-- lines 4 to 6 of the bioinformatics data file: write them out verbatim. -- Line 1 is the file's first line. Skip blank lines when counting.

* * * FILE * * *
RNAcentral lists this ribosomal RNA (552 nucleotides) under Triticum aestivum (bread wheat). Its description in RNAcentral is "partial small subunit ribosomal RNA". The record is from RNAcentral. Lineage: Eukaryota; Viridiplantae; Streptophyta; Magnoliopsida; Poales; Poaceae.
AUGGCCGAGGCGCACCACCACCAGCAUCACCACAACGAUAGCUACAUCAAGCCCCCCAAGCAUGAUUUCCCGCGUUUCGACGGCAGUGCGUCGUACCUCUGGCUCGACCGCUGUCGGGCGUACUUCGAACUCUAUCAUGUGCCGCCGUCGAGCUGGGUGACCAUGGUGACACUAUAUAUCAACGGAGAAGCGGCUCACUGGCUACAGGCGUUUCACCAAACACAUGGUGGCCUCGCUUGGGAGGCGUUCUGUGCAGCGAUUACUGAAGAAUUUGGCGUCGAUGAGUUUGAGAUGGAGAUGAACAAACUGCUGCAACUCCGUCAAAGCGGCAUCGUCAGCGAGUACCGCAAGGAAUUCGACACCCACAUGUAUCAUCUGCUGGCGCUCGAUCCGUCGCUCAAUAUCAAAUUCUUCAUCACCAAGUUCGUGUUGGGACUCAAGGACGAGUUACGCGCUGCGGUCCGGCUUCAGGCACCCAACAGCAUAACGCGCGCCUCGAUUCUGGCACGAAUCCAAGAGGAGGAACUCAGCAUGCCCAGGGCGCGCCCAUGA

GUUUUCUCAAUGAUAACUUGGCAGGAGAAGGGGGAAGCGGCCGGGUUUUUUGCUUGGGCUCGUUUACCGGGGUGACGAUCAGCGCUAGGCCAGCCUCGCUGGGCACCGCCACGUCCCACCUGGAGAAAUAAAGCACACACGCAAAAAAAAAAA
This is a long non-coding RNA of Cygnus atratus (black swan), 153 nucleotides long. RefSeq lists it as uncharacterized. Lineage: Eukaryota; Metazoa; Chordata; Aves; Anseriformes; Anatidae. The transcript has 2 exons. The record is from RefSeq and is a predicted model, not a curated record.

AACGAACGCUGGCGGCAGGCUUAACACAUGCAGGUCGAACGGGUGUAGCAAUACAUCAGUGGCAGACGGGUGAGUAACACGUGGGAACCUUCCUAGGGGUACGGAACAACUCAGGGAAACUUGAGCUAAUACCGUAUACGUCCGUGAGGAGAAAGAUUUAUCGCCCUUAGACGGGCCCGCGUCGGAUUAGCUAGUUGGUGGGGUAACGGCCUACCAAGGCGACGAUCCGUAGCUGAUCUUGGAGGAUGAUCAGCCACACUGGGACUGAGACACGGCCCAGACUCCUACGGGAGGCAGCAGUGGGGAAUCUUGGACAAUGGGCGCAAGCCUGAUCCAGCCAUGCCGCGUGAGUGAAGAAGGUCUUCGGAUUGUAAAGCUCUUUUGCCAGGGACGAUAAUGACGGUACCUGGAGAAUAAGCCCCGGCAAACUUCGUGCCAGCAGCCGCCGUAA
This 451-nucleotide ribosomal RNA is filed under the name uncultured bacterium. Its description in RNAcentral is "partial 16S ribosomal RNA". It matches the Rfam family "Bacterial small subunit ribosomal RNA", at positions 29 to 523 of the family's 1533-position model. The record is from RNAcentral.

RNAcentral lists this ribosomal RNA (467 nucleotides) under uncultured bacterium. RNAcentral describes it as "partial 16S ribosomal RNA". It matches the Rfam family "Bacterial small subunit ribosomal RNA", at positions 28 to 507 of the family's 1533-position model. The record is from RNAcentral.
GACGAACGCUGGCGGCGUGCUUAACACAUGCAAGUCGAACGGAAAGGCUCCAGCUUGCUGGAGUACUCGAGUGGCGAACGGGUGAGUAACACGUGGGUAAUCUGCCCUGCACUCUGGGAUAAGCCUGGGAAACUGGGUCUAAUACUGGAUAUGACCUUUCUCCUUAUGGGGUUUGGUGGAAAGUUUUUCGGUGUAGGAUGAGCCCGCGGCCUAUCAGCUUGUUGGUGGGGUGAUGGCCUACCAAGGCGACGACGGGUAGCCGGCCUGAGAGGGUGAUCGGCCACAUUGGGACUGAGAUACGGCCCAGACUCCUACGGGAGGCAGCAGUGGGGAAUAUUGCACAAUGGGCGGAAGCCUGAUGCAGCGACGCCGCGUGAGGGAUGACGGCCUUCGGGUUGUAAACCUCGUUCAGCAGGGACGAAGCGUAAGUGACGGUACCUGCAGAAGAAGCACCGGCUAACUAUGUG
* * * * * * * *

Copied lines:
This is a long non-coding RNA of Cygnus atratus (black swan), 153 nucleotides long. RefSeq lists it as uncharacterized. Lineage: Eukaryota; Metazoa; Chordata; Aves; Anseriformes; Anatidae. The transcript has 2 exons. The record is from RefSeq and is a predicted model, not a curated record.

AACGAACGCUGGCGGCAGGCUUAACACAUGCAGGUCGAACGGGUGUAGCAAUACAUCAGUGGCAGACGGGUGAGUAACACGUGGGAACCUUCCUAGGGGUACGGAACAACUCAGGGAAACUUGAGCUAAUACCGUAUACGUCCGUGAGGAGAAAGAUUUAUCGCCCUUAGACGGGCCCGCGUCGGAUUAGCUAGUUGGUGGGGUAACGGCCUACCAAGGCGACGAUCCGUAGCUGAUCUUGGAGGAUGAUCAGCCACACUGGGACUGAGACACGGCCCAGACUCCUACGGGAGGCAGCAGUGGGGAAUCUUGGACAAUGGGCGCAAGCCUGAUCCAGCCAUGCCGCGUGAGUGAAGAAGGUCUUCGGAUUGUAAAGCUCUUUUGCCAGGGACGAUAAUGACGGUACCUGGAGAAUAAGCCCCGGCAAACUUCGUGCCAGCAGCCGCCGUAA
This 451-nucleotide ribosomal RNA is filed under the name uncultured bacterium. Its description in RNAcentral is "partial 16S ribosomal RNA". It matches the Rfam family "Bacterial small subunit ribosomal RNA", at positions 29 to 523 of the family's 1533-position model. The record is from RNAcentral.